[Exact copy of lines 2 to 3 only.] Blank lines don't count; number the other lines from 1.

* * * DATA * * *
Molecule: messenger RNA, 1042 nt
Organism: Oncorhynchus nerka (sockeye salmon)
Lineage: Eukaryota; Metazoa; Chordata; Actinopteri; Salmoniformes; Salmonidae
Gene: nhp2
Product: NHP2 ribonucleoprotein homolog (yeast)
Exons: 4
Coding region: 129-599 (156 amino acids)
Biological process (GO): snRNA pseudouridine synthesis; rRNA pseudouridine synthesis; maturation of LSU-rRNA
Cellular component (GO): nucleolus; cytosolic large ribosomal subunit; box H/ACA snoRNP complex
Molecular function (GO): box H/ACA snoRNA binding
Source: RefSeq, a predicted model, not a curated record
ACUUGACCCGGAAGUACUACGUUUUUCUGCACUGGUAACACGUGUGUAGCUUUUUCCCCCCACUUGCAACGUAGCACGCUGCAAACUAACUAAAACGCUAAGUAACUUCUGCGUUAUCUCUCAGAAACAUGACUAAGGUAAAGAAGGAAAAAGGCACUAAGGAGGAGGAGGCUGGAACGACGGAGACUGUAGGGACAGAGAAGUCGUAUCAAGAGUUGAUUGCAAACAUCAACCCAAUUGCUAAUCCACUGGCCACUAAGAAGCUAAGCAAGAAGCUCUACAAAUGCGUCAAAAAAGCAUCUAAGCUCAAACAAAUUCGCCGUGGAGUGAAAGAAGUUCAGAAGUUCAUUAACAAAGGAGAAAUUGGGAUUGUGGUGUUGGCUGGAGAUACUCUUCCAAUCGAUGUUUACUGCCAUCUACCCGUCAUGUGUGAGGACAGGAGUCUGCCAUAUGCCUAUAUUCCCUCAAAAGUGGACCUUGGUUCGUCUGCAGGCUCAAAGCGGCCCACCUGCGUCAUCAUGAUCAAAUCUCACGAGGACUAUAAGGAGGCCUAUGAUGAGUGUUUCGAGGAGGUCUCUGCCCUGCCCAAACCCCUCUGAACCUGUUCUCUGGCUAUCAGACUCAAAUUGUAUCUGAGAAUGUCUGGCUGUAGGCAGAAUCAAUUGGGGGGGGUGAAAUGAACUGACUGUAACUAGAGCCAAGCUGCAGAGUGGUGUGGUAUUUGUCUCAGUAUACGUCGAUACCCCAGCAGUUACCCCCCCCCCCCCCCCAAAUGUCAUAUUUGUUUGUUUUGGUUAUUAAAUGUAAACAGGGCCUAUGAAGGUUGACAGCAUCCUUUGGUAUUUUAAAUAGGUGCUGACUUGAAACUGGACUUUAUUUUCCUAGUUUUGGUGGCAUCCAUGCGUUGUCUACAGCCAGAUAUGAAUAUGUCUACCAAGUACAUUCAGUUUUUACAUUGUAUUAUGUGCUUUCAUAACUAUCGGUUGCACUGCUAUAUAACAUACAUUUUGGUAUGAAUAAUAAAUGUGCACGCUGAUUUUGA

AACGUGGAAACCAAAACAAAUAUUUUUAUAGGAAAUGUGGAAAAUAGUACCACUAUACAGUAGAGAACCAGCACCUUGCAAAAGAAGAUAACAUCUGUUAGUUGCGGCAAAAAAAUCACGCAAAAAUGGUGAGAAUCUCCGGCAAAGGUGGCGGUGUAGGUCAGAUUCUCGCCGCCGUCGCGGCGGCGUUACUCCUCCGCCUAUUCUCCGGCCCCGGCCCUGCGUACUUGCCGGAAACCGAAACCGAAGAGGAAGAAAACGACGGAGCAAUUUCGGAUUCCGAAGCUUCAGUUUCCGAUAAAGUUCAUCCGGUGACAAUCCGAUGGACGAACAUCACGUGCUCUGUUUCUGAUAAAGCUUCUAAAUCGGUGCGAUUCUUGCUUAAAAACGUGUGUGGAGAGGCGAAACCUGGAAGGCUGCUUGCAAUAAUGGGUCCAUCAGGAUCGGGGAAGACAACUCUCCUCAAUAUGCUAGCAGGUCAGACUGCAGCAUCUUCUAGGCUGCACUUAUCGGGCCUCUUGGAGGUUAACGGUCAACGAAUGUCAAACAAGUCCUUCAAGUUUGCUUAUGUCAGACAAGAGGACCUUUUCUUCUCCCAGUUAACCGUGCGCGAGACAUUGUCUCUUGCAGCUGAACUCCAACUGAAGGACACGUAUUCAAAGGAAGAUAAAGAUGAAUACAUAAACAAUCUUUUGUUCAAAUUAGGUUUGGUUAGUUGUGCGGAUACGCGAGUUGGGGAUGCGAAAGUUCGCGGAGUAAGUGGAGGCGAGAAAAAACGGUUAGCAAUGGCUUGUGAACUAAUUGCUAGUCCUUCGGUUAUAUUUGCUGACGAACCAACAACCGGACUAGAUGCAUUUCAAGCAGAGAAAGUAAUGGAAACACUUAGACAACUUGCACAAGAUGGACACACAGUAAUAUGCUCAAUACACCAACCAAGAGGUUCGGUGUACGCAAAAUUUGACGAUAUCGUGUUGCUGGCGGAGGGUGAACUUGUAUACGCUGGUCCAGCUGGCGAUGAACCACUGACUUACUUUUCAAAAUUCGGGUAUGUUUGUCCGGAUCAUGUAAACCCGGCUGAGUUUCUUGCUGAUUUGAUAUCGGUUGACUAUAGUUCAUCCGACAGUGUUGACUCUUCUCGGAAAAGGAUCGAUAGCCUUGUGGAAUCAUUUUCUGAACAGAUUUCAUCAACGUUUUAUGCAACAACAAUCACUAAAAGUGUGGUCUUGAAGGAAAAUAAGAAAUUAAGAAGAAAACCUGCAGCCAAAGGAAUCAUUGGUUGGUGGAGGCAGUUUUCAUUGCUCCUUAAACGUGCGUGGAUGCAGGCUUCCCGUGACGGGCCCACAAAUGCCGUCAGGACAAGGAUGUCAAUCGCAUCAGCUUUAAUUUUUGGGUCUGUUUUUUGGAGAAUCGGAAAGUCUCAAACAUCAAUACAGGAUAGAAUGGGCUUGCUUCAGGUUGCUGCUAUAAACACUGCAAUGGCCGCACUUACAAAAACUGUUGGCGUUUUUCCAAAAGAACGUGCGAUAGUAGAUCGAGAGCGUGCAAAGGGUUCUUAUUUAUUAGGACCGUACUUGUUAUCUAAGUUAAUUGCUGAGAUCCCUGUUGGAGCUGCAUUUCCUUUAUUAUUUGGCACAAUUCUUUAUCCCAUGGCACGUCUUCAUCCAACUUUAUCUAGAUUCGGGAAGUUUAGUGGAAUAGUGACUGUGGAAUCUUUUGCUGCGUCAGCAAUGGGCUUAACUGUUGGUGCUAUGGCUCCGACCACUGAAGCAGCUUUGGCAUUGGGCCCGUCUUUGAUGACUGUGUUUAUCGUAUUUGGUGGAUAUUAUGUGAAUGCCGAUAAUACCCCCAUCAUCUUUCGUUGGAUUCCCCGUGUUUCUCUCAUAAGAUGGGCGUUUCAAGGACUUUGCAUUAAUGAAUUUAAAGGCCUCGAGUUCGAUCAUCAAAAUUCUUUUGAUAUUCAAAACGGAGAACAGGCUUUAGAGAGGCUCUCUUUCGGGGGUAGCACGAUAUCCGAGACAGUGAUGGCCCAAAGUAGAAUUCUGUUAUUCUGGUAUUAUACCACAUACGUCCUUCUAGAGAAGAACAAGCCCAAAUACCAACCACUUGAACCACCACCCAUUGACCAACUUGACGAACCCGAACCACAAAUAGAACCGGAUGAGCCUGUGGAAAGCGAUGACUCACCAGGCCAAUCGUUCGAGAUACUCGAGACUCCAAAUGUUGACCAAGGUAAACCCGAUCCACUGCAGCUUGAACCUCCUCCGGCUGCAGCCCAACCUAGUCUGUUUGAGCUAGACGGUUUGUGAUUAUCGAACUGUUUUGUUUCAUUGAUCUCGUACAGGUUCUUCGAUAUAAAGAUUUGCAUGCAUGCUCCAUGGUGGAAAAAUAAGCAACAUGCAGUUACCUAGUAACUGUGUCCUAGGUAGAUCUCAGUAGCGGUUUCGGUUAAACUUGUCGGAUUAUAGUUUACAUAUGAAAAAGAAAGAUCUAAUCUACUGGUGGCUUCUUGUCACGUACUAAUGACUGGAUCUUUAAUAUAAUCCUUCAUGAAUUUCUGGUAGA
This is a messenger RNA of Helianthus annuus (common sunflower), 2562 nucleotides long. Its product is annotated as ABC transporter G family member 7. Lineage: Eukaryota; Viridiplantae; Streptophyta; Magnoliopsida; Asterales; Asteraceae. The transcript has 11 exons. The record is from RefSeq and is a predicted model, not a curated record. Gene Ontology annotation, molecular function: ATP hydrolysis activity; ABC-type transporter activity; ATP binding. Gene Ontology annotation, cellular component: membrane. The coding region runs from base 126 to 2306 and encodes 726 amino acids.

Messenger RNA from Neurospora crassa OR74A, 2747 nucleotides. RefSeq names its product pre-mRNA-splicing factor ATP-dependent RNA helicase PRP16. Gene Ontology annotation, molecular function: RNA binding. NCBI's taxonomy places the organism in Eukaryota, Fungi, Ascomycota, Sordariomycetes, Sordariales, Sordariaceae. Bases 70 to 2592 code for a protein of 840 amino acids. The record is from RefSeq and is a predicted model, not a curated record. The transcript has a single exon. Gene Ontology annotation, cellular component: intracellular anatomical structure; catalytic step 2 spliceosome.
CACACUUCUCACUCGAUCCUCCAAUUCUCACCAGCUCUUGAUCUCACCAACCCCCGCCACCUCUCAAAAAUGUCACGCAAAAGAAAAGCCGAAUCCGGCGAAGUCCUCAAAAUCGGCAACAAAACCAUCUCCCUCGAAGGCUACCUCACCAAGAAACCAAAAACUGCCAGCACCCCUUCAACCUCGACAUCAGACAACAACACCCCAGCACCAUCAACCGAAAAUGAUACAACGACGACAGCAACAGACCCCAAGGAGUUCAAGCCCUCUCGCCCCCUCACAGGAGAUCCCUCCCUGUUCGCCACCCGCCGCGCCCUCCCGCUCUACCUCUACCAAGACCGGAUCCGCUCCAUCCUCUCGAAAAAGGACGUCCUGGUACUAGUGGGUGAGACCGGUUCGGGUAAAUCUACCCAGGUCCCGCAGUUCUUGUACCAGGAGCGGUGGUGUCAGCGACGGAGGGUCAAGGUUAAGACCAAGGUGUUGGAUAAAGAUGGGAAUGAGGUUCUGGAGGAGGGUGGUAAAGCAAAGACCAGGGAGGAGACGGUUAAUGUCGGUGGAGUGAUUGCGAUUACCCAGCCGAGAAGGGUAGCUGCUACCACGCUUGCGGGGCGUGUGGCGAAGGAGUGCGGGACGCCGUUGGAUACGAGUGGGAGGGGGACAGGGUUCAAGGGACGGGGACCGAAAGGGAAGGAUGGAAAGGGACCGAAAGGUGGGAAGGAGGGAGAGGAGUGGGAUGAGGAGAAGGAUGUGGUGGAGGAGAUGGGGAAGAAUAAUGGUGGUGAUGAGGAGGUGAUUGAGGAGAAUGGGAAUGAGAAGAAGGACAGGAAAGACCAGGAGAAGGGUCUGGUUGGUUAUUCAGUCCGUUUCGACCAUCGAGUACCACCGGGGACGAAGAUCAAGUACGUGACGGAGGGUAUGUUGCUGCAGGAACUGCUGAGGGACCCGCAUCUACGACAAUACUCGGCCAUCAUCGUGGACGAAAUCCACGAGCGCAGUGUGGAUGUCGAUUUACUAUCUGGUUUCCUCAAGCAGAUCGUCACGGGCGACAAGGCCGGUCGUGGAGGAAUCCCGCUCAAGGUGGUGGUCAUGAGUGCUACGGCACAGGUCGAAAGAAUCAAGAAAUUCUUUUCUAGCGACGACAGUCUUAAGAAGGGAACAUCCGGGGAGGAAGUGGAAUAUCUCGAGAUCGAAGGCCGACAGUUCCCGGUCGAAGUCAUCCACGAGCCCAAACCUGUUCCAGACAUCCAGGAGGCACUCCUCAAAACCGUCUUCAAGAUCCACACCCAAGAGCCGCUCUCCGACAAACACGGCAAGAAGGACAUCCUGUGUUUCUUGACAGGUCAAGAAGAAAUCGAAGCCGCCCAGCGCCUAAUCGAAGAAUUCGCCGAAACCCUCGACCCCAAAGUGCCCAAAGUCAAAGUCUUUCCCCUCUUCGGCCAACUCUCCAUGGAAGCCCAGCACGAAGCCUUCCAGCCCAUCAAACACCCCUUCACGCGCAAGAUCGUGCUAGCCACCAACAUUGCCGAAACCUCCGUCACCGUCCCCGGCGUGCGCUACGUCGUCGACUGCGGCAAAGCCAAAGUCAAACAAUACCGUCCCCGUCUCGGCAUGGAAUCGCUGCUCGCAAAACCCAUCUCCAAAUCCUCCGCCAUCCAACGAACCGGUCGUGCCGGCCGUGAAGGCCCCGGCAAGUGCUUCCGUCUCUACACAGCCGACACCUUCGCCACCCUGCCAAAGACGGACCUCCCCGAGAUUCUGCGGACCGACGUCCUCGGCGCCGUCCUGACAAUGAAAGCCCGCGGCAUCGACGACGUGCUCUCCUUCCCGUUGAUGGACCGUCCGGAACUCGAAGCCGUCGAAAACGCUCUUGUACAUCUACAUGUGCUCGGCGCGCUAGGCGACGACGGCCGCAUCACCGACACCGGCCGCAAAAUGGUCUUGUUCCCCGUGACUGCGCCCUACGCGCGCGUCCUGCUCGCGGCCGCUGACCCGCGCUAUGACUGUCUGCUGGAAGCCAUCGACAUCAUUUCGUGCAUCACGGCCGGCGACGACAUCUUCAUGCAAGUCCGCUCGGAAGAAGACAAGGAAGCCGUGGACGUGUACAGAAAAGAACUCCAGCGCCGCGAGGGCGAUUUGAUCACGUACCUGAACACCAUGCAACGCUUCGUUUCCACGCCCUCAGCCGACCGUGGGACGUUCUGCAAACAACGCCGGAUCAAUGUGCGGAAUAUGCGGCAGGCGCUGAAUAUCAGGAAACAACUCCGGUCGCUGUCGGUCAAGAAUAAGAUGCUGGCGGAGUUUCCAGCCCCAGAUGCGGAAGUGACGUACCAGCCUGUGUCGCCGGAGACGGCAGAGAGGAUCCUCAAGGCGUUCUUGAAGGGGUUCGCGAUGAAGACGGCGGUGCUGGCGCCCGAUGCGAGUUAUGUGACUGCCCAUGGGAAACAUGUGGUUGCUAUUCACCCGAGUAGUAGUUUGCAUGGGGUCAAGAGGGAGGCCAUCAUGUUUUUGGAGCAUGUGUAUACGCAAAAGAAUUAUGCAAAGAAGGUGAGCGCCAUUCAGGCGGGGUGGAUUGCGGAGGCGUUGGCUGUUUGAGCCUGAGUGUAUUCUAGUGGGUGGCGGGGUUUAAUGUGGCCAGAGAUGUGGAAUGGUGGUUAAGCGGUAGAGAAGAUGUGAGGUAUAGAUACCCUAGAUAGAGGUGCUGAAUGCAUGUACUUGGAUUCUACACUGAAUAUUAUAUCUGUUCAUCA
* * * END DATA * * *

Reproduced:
Organism: Oncorhynchus nerka (sockeye salmon)
Lineage: Eukaryota; Metazoa; Chordata; Actinopteri; Salmoniformes; Salmonidae